So how did I cope? What did I do to alleviate the boredom in my life growing up in Boren? Well, I had one escape--the movies. Man, I lived for the weekend guide in the newspaper to find out what was playing where. The best theaters were in other towns, like St. Georges or Motton. Boren had a theater, but it went out of business when the big megaplexes came into being. At first, I had to beg my mom to let me see this movie or that, but she always had to read the reviews before she gave permission, which was rarely, because she was trying to "protect" me from "unfit material", whatever the hell that meant. When I turned fifteen, and started earning my own money (babysitting or whatever), I stopped asking permission and just went. Just like that. And it was the most exhilarating experience of my life, doing what I wanted to do for the first time! The movies became my life; I wanted to go into film when I graduated from high school. My parents, true to form, sought to discourage me from my dreams and go into a more "sensible" career, like nursing or teaching. Something with benefits, they said. The arts had no real future as a career, they said.
But the movies were an escape from the dullness of reality for me. I could lose myself in the plot of a really good one, become one with the characters, only to be jolted back into the world when the credits rolled. Then I was plain Jane again. No future, no life to speak of, just existing in an endless grey void until the next movie came on.
But there was one time, during my junior and senior years of high school, when magic came to Boren, in the form of a man who went by the name of Criss Angel...
For all its dullness, there was one interesting feature on the outskirts of Boren--a castle. That's right, a real castle. Oh, not the huge fortresslike castles like they have in Europe, but a castle all the same, an anachronism among the cookie-cutter houses in the suburbs, with turrets and balconies and a large double door that looked like a drawbridge.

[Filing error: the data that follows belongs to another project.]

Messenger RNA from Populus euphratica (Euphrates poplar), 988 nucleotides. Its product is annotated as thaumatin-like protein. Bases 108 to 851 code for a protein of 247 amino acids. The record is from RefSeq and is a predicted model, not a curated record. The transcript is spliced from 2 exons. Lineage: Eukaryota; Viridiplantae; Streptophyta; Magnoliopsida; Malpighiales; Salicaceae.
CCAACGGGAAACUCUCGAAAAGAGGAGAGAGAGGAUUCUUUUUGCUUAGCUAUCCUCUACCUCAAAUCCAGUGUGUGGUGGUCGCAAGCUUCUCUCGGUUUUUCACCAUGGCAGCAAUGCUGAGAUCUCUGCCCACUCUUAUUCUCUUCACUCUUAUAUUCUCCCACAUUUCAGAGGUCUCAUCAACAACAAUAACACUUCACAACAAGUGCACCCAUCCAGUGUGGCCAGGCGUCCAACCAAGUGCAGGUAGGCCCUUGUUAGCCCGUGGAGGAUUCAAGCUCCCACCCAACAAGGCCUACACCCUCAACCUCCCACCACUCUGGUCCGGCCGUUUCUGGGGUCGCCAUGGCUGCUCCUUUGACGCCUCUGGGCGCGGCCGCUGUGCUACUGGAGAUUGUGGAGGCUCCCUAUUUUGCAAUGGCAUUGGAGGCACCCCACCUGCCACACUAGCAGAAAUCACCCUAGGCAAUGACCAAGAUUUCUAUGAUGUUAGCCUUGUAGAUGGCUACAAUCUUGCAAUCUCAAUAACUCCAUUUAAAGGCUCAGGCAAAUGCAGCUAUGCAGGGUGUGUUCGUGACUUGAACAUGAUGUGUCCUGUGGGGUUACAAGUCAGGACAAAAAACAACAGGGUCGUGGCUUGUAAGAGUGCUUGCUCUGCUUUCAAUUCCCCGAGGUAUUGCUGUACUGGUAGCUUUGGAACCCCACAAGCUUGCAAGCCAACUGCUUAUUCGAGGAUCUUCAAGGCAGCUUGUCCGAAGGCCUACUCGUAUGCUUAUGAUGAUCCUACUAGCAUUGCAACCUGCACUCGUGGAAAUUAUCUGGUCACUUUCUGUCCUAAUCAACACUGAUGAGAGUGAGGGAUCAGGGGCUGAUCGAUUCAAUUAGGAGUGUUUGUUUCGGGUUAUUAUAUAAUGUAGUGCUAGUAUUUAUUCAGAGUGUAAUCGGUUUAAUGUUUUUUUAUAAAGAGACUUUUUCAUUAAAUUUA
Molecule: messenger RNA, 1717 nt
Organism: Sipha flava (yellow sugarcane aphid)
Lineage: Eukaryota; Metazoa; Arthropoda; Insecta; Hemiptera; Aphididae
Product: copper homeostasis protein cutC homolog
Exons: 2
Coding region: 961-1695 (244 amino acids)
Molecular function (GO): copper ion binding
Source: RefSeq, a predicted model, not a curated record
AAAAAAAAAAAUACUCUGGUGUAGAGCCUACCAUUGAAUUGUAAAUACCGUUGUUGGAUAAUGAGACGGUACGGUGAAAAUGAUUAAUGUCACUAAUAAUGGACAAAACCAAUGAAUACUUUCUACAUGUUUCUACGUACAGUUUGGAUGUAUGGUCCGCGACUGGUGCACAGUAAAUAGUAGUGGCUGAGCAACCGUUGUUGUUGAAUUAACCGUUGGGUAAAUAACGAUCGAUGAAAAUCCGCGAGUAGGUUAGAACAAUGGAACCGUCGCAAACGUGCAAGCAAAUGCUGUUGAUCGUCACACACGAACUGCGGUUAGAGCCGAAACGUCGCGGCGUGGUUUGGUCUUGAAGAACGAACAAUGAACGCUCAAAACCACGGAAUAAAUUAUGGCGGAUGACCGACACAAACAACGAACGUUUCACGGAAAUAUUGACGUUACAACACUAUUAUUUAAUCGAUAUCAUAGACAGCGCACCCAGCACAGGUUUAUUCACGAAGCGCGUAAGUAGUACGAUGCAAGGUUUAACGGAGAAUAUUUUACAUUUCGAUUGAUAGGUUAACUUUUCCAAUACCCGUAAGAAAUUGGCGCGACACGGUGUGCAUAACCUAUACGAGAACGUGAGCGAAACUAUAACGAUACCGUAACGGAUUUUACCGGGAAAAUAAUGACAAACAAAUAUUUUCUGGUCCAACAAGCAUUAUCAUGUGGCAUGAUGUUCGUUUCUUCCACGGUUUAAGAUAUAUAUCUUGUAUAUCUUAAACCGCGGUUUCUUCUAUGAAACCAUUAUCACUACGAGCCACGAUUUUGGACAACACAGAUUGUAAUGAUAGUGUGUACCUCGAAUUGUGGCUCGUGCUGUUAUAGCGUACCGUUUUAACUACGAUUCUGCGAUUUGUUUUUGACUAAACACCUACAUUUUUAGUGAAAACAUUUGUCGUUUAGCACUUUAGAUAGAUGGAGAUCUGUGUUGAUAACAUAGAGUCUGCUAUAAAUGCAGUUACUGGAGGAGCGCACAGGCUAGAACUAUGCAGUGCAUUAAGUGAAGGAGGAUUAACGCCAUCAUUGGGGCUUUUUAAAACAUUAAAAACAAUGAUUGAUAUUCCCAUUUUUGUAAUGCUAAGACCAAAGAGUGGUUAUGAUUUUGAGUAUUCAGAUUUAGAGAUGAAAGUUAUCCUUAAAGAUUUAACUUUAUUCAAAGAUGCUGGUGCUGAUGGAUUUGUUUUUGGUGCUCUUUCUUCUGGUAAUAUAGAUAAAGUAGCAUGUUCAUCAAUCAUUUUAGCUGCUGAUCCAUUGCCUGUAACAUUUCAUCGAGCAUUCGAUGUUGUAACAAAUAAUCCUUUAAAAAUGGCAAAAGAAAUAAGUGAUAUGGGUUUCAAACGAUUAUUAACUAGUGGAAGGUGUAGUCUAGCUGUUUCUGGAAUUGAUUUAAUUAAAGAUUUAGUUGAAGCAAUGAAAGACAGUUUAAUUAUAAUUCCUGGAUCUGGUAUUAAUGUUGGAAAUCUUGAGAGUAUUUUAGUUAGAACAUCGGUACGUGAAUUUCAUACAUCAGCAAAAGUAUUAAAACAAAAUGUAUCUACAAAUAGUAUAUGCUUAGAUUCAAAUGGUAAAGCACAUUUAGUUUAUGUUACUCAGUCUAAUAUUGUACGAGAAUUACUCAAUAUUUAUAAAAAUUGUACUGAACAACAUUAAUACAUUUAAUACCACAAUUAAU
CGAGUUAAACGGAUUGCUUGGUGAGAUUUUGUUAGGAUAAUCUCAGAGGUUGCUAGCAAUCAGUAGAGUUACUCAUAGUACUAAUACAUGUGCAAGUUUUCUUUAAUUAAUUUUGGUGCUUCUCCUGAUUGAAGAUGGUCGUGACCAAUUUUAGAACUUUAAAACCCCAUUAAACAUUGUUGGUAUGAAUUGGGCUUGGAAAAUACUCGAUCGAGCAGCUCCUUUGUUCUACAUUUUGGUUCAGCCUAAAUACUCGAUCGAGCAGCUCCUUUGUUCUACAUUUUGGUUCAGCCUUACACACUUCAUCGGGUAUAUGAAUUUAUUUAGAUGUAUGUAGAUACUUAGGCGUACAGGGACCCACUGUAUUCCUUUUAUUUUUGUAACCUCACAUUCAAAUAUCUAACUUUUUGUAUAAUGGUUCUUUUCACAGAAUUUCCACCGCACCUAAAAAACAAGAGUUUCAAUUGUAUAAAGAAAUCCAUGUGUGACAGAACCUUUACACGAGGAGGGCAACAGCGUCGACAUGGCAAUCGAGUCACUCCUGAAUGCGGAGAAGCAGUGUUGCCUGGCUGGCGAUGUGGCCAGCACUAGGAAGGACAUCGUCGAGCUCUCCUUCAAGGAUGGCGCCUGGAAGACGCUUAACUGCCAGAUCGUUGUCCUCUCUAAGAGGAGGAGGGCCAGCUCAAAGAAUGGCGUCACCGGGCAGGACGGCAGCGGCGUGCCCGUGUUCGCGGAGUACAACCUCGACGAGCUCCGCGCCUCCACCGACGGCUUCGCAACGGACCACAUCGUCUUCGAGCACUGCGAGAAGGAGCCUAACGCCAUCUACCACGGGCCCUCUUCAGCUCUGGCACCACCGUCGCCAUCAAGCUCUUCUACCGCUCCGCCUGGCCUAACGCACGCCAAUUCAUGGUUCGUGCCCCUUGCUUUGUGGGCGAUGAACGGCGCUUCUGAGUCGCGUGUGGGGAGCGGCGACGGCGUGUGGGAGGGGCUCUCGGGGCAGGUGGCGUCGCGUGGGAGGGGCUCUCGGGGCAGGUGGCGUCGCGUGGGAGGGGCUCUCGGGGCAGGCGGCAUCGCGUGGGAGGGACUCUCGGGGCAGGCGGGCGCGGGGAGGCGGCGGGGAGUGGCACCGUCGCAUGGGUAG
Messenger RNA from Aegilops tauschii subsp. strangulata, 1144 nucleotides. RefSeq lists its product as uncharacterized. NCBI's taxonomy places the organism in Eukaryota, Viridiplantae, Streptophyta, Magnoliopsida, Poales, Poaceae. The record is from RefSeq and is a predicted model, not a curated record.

Sometime in the early to mid-nineteenth century, some wealthy land baron with delusions of grandeur wanted to live like a king, so he had a castle built right there in the heartland of America. It was the Gilded Age, the era of if-you-got-it-flaunt-it. And this guy flaunted it big time. No one remembers who he was or what happened to him, but his castle stood there, year after year, its windows broken and boarded up, its stone walls spraypainted with graffiti, its metal fixtures ripped out by looters, its once fabulous garden overgrown with weeds. Its only moments of glory was on Hallowe'en, when the local JayCees hosted the Haunted Castle of Horror in it. Like everything else in Boren, it was pretty lame--pre-recorded sound effects, cheap strobe lights, plastic skeletons dangling from the ceiling. It wouldn't have scared a three-year-old. There had been rumors of demolishing it, but nothing was actually done. So there it stood, a shell of its former self, a rotting relic of a bygone era.
When I was little, my then-best friend, Deanna, and I would go to the castle and play "princess" in the ruins of the garden. To us, it was an enchanted castle with a magic garden, where we could be royalty and have tea parties wearing our paper crowns. Our young minds had not yet been dulled by the tedious routine of later life. We were free to dream, to believe in magic. Hope was still alive within us. Anything was possible. In our magic garden by the enchanted castle, we were surrounded by beauty and goodness. Unicorns roamed freely, fairies danced on the lawns, evil witches were vanquished, and we all lived happily ever after.
Then, one day, Deanna's family moved to Cleaveland. I never saw her again. The moving van which held all the family's personal belongings drove away, taking with it my childhood hopes and dreams. No longer did magic exist for me. I slogged through school and drifted through the streets of Boren, searching for any diversion, any distraction to drive away the malaise. As I entered my teens, I became angry, bored and depressed. Only the movies were my refuge. But I wanted something more. But what?
That "something" arrived on the day before I started my junior year of high school. On that lazy, hot, late summer afternoon, I once again found myself in front of the castle. Glancing in the general direction of it, my long dormant curiosity was awakened by the sight of the giant doors standing wide open, and a light shone from inside. Almost grateful for even this small diversion, I crossed over to investigate.